Ten cDNA libraries, representing a range of tissues from American and Chinese chestnut were prepared for EST sequencing by 454 technology  (Table 1). Tissue samples were submerged in liquid nitrogen immediately upon collection and stored at - 80°C until use. To create cankers, the stems of chestnut trees were inoculated with the hypervirulent C. parasitica strain EP155 as described by Hebard and collaborators [15, 48]. For American chestnut and Chinese chestnut, canker tissue was collected at 5 and 14 days post-inoculation as previously described [15, 48]. These times correspond to early and late stages of interaction between the plant and the pathogen .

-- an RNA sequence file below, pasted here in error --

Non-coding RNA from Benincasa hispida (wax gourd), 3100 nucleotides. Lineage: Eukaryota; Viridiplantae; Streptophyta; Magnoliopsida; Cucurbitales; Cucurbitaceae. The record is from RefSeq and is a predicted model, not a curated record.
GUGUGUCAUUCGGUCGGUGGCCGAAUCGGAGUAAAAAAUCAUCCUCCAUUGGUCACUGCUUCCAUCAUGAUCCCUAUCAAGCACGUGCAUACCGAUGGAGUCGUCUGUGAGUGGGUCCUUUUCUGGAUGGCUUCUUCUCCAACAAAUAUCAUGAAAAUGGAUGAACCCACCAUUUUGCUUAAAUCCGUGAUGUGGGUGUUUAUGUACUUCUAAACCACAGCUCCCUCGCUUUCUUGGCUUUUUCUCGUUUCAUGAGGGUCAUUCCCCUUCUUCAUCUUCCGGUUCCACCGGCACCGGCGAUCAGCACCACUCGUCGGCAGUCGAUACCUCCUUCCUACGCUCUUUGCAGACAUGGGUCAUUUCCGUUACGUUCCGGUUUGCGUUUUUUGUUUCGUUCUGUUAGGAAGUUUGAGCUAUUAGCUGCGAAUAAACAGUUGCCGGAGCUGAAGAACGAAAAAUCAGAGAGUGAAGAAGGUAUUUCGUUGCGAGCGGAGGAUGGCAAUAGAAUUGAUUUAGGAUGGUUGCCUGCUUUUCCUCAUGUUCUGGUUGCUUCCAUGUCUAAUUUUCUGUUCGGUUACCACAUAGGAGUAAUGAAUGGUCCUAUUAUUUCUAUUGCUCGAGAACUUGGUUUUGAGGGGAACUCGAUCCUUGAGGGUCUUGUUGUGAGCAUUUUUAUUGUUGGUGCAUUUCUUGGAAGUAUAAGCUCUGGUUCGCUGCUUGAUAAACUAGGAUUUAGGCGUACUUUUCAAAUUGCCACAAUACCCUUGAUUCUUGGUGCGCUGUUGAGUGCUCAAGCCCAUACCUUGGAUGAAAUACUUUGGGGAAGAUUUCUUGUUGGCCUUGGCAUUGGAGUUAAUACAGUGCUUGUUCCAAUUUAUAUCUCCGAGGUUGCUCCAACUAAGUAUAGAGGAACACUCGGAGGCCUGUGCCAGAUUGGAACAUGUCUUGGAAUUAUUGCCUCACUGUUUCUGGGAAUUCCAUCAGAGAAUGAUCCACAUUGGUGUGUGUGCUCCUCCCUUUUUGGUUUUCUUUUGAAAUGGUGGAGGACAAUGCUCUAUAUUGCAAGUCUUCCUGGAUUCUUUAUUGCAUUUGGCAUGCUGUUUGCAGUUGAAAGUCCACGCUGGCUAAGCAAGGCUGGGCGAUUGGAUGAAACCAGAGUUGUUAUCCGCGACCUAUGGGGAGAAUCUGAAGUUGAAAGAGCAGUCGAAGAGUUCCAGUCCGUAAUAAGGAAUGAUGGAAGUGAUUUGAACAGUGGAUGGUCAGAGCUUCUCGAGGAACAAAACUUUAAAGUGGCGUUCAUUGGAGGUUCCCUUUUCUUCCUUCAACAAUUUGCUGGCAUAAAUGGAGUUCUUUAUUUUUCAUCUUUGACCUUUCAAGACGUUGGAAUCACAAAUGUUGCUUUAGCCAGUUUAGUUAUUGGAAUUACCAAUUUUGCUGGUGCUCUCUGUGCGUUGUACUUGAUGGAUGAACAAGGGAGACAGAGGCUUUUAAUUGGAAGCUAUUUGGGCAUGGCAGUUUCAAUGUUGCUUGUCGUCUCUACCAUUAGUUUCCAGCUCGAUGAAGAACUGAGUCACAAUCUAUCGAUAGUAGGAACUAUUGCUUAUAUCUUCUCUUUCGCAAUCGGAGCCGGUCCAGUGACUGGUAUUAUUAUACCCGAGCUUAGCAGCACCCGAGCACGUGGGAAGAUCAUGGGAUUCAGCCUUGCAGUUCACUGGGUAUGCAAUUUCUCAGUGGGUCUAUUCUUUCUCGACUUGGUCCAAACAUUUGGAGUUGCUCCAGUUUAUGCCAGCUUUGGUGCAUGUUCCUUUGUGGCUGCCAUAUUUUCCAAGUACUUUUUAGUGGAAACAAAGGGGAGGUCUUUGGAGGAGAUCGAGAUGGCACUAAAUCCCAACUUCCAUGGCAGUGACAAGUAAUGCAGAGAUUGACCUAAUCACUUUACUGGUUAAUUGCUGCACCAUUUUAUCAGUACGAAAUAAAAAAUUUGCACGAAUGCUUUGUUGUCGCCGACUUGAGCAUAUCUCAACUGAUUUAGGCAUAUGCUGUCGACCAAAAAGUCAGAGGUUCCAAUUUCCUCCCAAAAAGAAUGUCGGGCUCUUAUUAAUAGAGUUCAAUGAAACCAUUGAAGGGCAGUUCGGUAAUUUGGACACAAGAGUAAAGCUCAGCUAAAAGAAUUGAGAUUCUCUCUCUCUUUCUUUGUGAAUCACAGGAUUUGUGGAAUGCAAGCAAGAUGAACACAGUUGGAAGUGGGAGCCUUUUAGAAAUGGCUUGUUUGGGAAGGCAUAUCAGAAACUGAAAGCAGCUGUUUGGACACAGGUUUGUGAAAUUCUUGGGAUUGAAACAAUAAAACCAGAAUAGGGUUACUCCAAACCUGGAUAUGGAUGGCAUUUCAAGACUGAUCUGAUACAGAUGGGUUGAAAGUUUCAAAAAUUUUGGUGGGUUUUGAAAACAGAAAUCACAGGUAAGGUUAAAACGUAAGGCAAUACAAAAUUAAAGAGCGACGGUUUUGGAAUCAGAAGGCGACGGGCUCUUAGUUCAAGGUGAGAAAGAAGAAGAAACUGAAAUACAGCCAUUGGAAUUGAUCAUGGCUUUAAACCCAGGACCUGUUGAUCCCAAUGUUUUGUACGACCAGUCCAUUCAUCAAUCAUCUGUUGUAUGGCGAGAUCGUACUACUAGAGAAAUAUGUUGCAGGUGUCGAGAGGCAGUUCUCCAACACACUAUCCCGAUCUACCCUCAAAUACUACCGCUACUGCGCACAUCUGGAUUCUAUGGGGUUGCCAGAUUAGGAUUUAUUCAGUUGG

RNA preparation, cDNA library synthesis, and 454 sequencing
Total RNA was prepared as described previously , and assessed with a 2100 Bioanalyzer (Agilent Technologies). cDNA and 454 libraries were constructed as described . The 454 libraries were sequenced using the model GS20, for the American chestnut canker and Chinese chestnut canker libraries, and an FLX model 454 DNA sequencer (Roche Diagnostics), as previously described , for the remaining libraries. The sequence data was deposited into the Short Read Archive at the National Center for Biotechnology Information (study accession SRP000395).